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Bullin’ Through Life: Redneck retailin’

By Buckshot

Howdy! Grab a chair an’ a beer! Have ya ever noticed that age seems to have its benefits? Since I retired, I can sleep when I want, eat when I want an’ work when I want. I jump from project to project, not makin’ much headway on anything, but I’m not gettin’ bored, either. I’ve got more projects than I’ll be able to finish in 20 years, an’ I just keep draggin’ more home!

I was perusin’ Craigslist when I happened on an ad for a basket-case Sporty chopper that had been in Easyriders magazine a few years back. The ad said all the parts were there an’ the price was right, so I e-mailed the guy. Now I’m usually the guy who says, “If it sounds too good to be true, it probably is,” but now an’ then, even a blind squirrel finds an acorn, so I called an’ got directions to the guy’s hidey-hole up in the woods.

“Take Highway 41 to road 365 an’ turn left,” he said, as I’m tryin’ to write it all down.

“Stay on there for about seven or eight miles till ya get ta the crick next to the Buckbrush Tavern, then hang a right on the gravel road that looks like part of the parkin’ lot.”

OK… I got this part covered… He cussed at a dog that was growlin’ in the background, then continued.

“Take the dirt road on yer left just past the old barn that’s leanin’ sideways, but watch out when ya open the gate, cause sometimes there’s a bull loose in there, an’ he don’t cotton ta no strangers.”

I scribbled furiously, tryin’ to keep up with him, but ended up with barn leaning, bull running, watch open gate, but I figured I could make sense of it later, kinda like redneck shorthand.

“Then,” he continued, “head on up the hill a spell, till ya see a double-wide perched up on top of the hill. Blow yer horn when ya get here, so’s I can lock this here dog up, cause he don’t cotton ta no strangers neither.”

“You don’t have a banjo, do ya?” I asked. It just kinda slipped out before I had time to think about it.

“Huh?” he paused. “What’n hell would I be doin’ with a banjo?”

“Uh… Never mind; I’m old, so just consider the source,” I told him. The next day, I started out early in the mornin’. I took Brother Bear with me in case there was any heavy liftin’ to do, an’ by 10:00, we were already at the turnoff for Road 365, with breakfast burrito sauce down the front of our shirts an’ coffee spilled all over the truck seat.

Bear picked up the note with the directions on it, an’ studied it for a minute. “What’s this crap? What’s a born loaning?”

“That’s barn leanin’,” I said. “That’s where we turn, but first we’ve gotta take the gravel road next to the Buckbrush Tavern.”

Twenty minutes later, we’d found the right roads, an’ the leanin’ barn, an’ the bull had found us.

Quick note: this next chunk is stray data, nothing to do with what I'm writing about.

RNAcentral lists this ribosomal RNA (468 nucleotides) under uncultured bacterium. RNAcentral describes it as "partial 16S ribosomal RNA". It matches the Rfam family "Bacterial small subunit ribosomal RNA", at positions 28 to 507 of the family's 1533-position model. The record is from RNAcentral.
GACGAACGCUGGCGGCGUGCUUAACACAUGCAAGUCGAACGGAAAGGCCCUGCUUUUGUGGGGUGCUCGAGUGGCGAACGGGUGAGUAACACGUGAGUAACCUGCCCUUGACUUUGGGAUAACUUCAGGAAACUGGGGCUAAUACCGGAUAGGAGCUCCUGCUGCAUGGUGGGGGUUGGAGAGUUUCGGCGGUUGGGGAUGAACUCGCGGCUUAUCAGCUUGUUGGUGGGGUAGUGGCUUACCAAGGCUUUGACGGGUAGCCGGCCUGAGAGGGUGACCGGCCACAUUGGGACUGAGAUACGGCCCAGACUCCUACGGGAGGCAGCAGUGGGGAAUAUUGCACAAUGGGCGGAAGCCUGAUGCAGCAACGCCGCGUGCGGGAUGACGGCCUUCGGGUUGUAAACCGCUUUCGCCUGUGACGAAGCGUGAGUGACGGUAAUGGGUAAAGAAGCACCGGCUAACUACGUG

“Wow,” Bear grumbled, lookin’ over his shoulder at the immense animal that was still stompin’ down the middle of the road in our general direction. “You see the size of that bull?”

“Yeah,” I told him. “Sure hope he doesn’t consider us strangers now that we’ve met!”

Sure enough, the double-wide was right where the ol’ boy said it was, perched on cinder blocks on top of the hill, with junk takin’ over around it like rusty kudzu. I blew the horn and the door opened, releasing, for lack of a better word, a sight right out of The Grapes of Wrath, with slouch hat, bib overalls an’ all.

“Hullo, fellers,” he yelled. Guess yer here ta see the motorsickle. Come on back ta the shed an’ I’ll show her to ya.”

We climbed out of the truck just as a blurry, snarlin’ vision of Hell came tearin’ around the corner, fangs bared an’ slobber flyin’. Bear jumped into the back of the truck, an’ I jumped back in the cab.

The guy yelled, “Dammit, Luther, go lay down!” He picked up a rock an’ heaved it in Luther’s general direction. Luther made a strategic retreat, but kept an eye on us from the porch.

I was surprised to see that the Sporty was actually complete, and in pretty good shape, considering, so I offered him five hundred less than he was askin’ for it, just to break the ice. He stepped over to the shed door an’ called out, “Here, Luther… Here, boy!” We could hear toenails scratchin’ for traction on the porch, an’ a growl like the rusty hinges on Hell’s back gate.

“Uh… I think the askin’ price is fine,” I told him. “I’ll take it.”

Bear laid down the four-foot long chunk of 2×4 he’d picked up, and the ol’ boy sent Luther back to the porch. “Luther’s the best damn salesman I’ve ever had,” he chuckled, countin’ the cash as we loaded the boxes of Sporty parts in the truck.

“Damn,” Bear said as we pulled away from the trailer and down the rutted road, “That sure was a mean-ass dog. I’m glad we got outta there with our skins!”

“Me, too,” I agreed, “but remember: It’s your turn to open the gate on the way out!”

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